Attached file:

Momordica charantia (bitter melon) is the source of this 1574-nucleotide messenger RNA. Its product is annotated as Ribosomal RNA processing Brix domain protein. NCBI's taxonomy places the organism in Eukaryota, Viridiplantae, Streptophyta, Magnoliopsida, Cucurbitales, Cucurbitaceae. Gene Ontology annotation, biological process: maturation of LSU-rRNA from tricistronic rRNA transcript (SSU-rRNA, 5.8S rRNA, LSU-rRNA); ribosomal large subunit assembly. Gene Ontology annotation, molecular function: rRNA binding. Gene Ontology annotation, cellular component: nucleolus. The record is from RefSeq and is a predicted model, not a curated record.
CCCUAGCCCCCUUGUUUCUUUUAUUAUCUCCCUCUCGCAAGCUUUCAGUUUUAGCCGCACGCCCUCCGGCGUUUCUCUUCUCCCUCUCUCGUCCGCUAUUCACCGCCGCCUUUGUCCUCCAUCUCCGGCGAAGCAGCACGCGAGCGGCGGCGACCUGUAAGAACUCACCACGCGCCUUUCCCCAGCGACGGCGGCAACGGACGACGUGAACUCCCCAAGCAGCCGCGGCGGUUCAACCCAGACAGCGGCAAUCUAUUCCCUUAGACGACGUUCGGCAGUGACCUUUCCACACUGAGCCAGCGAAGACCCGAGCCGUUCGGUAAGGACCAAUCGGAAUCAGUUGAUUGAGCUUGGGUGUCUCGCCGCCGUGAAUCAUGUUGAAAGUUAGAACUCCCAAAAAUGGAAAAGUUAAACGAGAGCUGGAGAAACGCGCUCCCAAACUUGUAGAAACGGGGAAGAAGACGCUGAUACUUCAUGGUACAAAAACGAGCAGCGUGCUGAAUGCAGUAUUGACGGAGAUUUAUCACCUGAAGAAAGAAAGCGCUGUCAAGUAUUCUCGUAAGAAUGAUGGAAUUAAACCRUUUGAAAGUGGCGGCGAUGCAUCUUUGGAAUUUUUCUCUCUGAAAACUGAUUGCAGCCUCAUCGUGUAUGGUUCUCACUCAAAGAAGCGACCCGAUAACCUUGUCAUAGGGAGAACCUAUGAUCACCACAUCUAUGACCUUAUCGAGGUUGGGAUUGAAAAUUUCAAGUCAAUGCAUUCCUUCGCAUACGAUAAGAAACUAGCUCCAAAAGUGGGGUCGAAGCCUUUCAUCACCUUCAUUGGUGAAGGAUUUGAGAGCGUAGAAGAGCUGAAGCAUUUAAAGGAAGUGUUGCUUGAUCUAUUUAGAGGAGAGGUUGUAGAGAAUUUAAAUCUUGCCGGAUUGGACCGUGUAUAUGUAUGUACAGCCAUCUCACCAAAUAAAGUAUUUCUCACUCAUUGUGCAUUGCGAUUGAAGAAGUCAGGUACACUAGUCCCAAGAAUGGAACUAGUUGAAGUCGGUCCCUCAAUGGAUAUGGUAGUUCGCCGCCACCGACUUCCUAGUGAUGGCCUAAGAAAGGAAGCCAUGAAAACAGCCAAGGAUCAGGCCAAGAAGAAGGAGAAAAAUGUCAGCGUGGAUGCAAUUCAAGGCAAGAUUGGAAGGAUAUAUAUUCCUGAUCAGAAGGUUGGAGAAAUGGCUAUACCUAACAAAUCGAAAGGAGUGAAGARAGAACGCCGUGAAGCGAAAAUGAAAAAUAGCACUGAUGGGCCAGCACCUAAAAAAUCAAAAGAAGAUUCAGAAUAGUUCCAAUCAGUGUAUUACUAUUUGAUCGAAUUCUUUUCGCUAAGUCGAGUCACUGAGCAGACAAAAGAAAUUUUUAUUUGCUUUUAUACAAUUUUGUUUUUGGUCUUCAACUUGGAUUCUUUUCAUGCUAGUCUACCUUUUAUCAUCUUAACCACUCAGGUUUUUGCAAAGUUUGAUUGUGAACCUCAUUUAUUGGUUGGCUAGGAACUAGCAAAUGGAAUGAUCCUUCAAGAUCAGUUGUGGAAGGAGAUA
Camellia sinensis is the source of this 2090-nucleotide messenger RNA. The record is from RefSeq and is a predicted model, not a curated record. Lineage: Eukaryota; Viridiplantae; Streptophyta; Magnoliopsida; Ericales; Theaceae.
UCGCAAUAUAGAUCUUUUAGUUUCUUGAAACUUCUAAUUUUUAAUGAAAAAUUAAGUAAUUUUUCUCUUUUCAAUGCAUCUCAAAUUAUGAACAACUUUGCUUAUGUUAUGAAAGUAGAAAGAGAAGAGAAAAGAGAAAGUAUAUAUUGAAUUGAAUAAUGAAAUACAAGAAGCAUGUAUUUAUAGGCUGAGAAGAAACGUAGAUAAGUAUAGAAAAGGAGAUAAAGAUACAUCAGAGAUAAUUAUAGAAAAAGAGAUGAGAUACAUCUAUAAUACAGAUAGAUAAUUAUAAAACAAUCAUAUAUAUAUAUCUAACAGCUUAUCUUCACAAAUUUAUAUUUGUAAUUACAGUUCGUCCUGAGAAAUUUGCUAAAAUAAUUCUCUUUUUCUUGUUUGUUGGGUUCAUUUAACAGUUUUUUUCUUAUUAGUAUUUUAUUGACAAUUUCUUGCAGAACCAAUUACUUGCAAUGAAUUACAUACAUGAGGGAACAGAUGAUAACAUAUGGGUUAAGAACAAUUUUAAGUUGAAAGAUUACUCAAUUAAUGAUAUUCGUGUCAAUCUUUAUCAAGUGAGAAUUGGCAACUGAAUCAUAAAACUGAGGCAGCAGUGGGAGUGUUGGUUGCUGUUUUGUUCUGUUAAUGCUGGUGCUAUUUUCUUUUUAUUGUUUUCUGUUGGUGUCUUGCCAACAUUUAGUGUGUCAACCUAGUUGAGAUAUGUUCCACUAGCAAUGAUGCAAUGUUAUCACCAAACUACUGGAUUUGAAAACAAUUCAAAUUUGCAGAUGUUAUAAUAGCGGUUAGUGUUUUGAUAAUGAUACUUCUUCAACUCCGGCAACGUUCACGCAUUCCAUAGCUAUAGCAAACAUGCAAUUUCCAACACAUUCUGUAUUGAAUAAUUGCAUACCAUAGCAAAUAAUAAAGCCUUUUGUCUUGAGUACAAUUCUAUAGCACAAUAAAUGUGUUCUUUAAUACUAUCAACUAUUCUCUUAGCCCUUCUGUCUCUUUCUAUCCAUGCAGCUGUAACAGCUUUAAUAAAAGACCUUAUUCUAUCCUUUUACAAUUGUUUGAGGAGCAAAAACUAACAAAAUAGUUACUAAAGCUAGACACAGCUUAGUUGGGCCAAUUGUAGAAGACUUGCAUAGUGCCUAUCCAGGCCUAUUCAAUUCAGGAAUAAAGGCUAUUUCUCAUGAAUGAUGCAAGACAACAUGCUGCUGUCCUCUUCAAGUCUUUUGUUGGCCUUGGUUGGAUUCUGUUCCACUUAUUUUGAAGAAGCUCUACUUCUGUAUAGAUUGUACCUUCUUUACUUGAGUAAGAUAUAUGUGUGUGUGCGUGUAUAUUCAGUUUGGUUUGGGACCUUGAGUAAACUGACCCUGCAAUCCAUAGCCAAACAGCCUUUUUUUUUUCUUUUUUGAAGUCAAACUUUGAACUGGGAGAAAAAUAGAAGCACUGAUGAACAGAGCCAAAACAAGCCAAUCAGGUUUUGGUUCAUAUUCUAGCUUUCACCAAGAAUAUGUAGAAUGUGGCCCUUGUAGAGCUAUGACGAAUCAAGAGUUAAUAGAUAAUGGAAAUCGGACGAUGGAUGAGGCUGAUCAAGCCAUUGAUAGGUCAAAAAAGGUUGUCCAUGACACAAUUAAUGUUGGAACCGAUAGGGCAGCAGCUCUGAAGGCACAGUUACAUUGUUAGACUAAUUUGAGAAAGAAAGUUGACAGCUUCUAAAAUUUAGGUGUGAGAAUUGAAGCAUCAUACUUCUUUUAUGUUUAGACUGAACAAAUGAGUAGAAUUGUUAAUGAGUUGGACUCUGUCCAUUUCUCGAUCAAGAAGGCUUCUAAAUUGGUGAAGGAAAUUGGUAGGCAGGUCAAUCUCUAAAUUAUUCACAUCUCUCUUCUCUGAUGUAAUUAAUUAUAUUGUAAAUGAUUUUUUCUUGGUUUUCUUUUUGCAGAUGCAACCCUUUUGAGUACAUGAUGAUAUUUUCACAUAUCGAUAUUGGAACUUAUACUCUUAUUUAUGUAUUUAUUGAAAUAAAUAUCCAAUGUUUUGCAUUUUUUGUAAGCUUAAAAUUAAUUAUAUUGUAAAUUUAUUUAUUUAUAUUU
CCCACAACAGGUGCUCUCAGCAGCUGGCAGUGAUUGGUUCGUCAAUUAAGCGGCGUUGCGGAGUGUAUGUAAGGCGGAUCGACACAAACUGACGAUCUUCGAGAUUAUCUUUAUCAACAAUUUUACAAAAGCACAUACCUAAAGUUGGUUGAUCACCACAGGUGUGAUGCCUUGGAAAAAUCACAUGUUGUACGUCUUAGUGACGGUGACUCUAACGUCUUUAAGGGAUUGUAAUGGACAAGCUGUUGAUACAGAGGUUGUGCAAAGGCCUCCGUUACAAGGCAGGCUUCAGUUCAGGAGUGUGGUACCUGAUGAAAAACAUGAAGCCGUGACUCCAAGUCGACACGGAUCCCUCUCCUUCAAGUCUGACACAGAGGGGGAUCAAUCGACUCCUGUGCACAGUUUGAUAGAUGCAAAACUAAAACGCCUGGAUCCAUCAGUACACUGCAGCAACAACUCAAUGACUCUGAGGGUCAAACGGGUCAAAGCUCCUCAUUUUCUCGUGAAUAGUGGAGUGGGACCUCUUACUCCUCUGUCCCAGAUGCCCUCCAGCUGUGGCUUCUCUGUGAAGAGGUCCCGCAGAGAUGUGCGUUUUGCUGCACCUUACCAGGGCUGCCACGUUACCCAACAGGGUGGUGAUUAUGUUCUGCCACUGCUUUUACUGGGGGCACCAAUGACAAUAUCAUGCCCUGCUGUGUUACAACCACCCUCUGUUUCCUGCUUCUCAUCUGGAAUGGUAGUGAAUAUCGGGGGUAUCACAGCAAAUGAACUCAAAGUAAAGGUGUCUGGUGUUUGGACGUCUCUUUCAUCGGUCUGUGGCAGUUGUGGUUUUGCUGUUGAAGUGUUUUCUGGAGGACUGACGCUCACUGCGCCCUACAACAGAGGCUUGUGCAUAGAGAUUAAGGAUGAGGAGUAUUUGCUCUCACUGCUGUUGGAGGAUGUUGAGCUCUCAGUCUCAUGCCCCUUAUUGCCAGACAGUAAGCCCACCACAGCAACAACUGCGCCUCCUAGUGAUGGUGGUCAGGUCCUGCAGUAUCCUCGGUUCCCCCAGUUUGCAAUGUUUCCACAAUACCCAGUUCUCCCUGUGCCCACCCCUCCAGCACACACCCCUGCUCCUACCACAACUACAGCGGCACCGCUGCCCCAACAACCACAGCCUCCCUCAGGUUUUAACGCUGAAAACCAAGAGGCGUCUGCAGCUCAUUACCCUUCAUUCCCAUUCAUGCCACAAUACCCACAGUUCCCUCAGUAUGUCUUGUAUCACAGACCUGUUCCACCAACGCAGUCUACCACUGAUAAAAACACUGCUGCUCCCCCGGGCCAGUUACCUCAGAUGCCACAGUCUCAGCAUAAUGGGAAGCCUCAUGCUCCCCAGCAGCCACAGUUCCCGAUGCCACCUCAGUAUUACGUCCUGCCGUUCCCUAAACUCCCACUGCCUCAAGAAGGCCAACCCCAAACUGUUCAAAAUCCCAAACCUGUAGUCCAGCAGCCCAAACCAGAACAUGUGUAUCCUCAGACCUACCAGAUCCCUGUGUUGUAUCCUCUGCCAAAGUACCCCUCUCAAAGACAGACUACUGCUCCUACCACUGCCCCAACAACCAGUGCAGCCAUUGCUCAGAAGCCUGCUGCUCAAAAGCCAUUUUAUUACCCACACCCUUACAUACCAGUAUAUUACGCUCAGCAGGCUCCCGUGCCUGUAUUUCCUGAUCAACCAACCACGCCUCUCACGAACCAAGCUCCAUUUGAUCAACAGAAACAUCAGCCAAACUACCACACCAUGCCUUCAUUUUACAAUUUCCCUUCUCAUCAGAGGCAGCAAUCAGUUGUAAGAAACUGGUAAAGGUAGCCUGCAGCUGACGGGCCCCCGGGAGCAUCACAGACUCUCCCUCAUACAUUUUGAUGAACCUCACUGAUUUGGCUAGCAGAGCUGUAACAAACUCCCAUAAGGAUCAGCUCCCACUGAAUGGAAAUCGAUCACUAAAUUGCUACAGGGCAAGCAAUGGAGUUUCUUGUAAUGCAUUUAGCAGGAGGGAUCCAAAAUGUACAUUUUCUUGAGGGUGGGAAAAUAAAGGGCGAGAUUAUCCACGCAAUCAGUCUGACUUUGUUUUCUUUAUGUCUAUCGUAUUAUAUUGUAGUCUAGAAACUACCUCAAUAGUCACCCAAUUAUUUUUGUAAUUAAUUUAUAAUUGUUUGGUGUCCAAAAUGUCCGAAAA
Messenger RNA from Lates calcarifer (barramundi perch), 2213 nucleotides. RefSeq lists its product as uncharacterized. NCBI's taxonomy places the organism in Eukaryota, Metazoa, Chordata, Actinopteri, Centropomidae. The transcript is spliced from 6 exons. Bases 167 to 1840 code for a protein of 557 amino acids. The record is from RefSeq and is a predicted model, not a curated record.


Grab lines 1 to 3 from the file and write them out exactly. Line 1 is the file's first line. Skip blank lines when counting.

Momordica charantia (bitter melon) is the source of this 1574-nucleotide messenger RNA. Its product is annotated as Ribosomal RNA processing Brix domain protein. NCBI's taxonomy places the organism in Eukaryota, Viridiplantae, Streptophyta, Magnoliopsida, Cucurbitales, Cucurbitaceae. Gene Ontology annotation, biological process: maturation of LSU-rRNA from tricistronic rRNA transcript (SSU-rRNA, 5.8S rRNA, LSU-rRNA); ribosomal large subunit assembly. Gene Ontology annotation, molecular function: rRNA binding. Gene Ontology annotation, cellular component: nucleolus. The record is from RefSeq and is a predicted model, not a curated record.
CCCUAGCCCCCUUGUUUCUUUUAUUAUCUCCCUCUCGCAAGCUUUCAGUUUUAGCCGCACGCCCUCCGGCGUUUCUCUUCUCCCUCUCUCGUCCGCUAUUCACCGCCGCCUUUGUCCUCCAUCUCCGGCGAAGCAGCACGCGAGCGGCGGCGACCUGUAAGAACUCACCACGCGCCUUUCCCCAGCGACGGCGGCAACGGACGACGUGAACUCCCCAAGCAGCCGCGGCGGUUCAACCCAGACAGCGGCAAUCUAUUCCCUUAGACGACGUUCGGCAGUGACCUUUCCACACUGAGCCAGCGAAGACCCGAGCCGUUCGGUAAGGACCAAUCGGAAUCAGUUGAUUGAGCUUGGGUGUCUCGCCGCCGUGAAUCAUGUUGAAAGUUAGAACUCCCAAAAAUGGAAAAGUUAAACGAGAGCUGGAGAAACGCGCUCCCAAACUUGUAGAAACGGGGAAGAAGACGCUGAUACUUCAUGGUACAAAAACGAGCAGCGUGCUGAAUGCAGUAUUGACGGAGAUUUAUCACCUGAAGAAAGAAAGCGCUGUCAAGUAUUCUCGUAAGAAUGAUGGAAUUAAACCRUUUGAAAGUGGCGGCGAUGCAUCUUUGGAAUUUUUCUCUCUGAAAACUGAUUGCAGCCUCAUCGUGUAUGGUUCUCACUCAAAGAAGCGACCCGAUAACCUUGUCAUAGGGAGAACCUAUGAUCACCACAUCUAUGACCUUAUCGAGGUUGGGAUUGAAAAUUUCAAGUCAAUGCAUUCCUUCGCAUACGAUAAGAAACUAGCUCCAAAAGUGGGGUCGAAGCCUUUCAUCACCUUCAUUGGUGAAGGAUUUGAGAGCGUAGAAGAGCUGAAGCAUUUAAAGGAAGUGUUGCUUGAUCUAUUUAGAGGAGAGGUUGUAGAGAAUUUAAAUCUUGCCGGAUUGGACCGUGUAUAUGUAUGUACAGCCAUCUCACCAAAUAAAGUAUUUCUCACUCAUUGUGCAUUGCGAUUGAAGAAGUCAGGUACACUAGUCCCAAGAAUGGAACUAGUUGAAGUCGGUCCCUCAAUGGAUAUGGUAGUUCGCCGCCACCGACUUCCUAGUGAUGGCCUAAGAAAGGAAGCCAUGAAAACAGCCAAGGAUCAGGCCAAGAAGAAGGAGAAAAAUGUCAGCGUGGAUGCAAUUCAAGGCAAGAUUGGAAGGAUAUAUAUUCCUGAUCAGAAGGUUGGAGAAAUGGCUAUACCUAACAAAUCGAAAGGAGUGAAGARAGAACGCCGUGAAGCGAAAAUGAAAAAUAGCACUGAUGGGCCAGCACCUAAAAAAUCAAAAGAAGAUUCAGAAUAGUUCCAAUCAGUGUAUUACUAUUUGAUCGAAUUCUUUUCGCUAAGUCGAGUCACUGAGCAGACAAAAGAAAUUUUUAUUUGCUUUUAUACAAUUUUGUUUUUGGUCUUCAACUUGGAUUCUUUUCAUGCUAGUCUACCUUUUAUCAUCUUAACCACUCAGGUUUUUGCAAAGUUUGAUUGUGAACCUCAUUUAUUGGUUGGCUAGGAACUAGCAAAUGGAAUGAUCCUUCAAGAUCAGUUGUGGAAGGAGAUA
Camellia sinensis is the source of this 2090-nucleotide messenger RNA. The record is from RefSeq and is a predicted model, not a curated record. Lineage: Eukaryota; Viridiplantae; Streptophyta; Magnoliopsida; Ericales; Theaceae.